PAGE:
“I think when you see the teammates cheering and jumping up and down, it’s genuine,” Sam said. “You put your whole heart into the team and program. Competitions were always fun.”
But for other gymnasts, it could be simultaneously fun and performative. “On TV, you see everybody, how happy they are and how much fun they’re having. But it’s almost like a show sometimes rather than reality,” Cheney said. “You got told that you need to act happier, you need to be happier, you need to do this for your teammate. It’s almost like it was forced to be happy.” And Sam said that “there were times when we didn’t have good energy and our coaches would say we need to cheer more.”
While it’s not abusive to be told to act happy even if you’re not feeling that way, it is a little bit troubling when you consider that so many gymnasts have talked about how they had to mask their true feelings during their club and elite careers, particularly hiding pain, both physical and emotional. College gymnastics should be a space where the gymnasts are free to express joy and exuberance, but only if that’s what they’re feeling at any particular moment. But women’s college gymnastics is not a sport for introverts.
There’s also something particularly gendered about this demand, to “smile” and “dance” and “have fun.” I’ve lost count of the number of times that college gymnastics TV commentators have suggested that a gymnast should smile more in their floor routines, as though this is the only acceptable way for young women to emote. The allowable emotional range for female gymnasts appears to be about as narrow as a balance beam.
Cheney said that she was suspended from practice for a week by the Auburn coaching staff for appearing less than thrilled during a competition. “They had told me that I wasn’t interacting with the team enough, that I was focusing on just myself and I wasn’t being there for my teammates and I wasn’t supportive of them,” she recalled. “I have pictures of me jumping up and down on all events, high-fiving everybody, happy at that meet. …There was only a max 5 minutes that I maybe wasn’t 100 percent engaged.”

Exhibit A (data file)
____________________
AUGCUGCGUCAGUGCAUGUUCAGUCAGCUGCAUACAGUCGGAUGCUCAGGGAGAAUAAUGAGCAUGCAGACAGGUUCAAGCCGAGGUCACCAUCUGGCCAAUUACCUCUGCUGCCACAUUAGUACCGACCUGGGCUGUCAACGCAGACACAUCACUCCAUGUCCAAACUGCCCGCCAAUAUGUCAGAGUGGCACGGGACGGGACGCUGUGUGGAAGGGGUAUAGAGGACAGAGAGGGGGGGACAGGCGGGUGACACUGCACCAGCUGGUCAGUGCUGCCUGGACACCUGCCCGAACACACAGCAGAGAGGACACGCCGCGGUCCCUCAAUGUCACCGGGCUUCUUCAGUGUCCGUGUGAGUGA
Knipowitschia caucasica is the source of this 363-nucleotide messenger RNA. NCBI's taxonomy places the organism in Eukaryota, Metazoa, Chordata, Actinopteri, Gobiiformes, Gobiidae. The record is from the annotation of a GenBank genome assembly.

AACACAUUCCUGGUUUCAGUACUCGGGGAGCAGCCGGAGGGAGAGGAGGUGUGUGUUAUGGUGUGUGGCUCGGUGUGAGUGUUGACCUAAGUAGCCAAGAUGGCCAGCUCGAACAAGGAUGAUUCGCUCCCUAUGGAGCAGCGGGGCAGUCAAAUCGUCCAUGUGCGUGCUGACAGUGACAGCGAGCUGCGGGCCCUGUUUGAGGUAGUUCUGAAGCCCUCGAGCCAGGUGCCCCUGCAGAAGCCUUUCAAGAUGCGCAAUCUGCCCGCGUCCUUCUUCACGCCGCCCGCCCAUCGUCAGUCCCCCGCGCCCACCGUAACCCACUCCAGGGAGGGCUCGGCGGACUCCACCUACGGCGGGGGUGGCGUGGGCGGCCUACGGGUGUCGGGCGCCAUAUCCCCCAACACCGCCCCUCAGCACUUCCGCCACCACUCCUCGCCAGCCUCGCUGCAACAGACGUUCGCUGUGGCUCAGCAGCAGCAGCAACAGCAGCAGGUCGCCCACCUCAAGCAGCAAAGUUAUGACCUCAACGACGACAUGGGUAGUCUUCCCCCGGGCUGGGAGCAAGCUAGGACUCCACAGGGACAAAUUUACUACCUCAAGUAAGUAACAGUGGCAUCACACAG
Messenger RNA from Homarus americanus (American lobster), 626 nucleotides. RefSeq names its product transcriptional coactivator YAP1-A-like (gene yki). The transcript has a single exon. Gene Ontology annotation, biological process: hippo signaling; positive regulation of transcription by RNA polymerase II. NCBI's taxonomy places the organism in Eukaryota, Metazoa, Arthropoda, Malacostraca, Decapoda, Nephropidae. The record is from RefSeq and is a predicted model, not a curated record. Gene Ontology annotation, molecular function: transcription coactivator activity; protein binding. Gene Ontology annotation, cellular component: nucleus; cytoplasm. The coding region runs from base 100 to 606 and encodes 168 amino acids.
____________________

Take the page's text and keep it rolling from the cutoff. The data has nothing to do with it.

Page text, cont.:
The reason that Cheney was unhappy in the first place was that she hadn’t made the lineup after she had a fall in a previous competition. “It was hard when I never got another chance when I messed up one time, because I felt like I wasn’t allowed to mess up,” said Cheney, who was a walk-on to Auburn’s gymnastics team until she was cut before her senior season. “… If you’re not a favorite, they’re not going to put you back in.”
Many stories written about college gymnastics have highlighted the experiences of former international elites who represented the U.S. and other countries at the world championships and Olympics. (Perhaps the most prominent gymnast currently in the NCAA ranks is Suni Lee, the 2021 Olympic all-around champion who has been a game-changing athlete for Auburn, which placed fourth — its highest finish in program history.) But their experiences don’t offer a complete picture of what the sport is like at the collegiate level. The experiences of less-heralded gymnasts also give us information about NCAA gymnastics. Arguably it is how the walk-ons are treated that gives us the true measure of a program — not to mention that the walk-ons often come out of the same abusive contexts as do the elites and scholarship athletes. They are also trying to recover from the same kinds of ill treatment and its traumatic effects. Their arcs matter too.
Walk-ons are simultaneously indispensable to the team’s efforts, because they add depth to the roster that can be thinned over the course of a long season by injury, but also may be treated as disposable by some coaches since they may not be the highest scorers on the team. It should come as no surprise to learn that star athletes and walk-ons do not necessarily enjoy the same treatment from coaches.
Now, to be clear, there is nothing inherently wrong with having to fight for a spot in the lineup; there are a limited number of spots, and one of the key jobs of the coaching staff is to put the highest-scoring lineup out on the floor to have the best chance at winning. No one has an absolute right to a lineup position. And it’s also understandable that certain gymnasts who have high scoring potential might get more opportunities to make mistakes than more precariously situated athletes. This is all very normal in the zero-sum game of college athletics.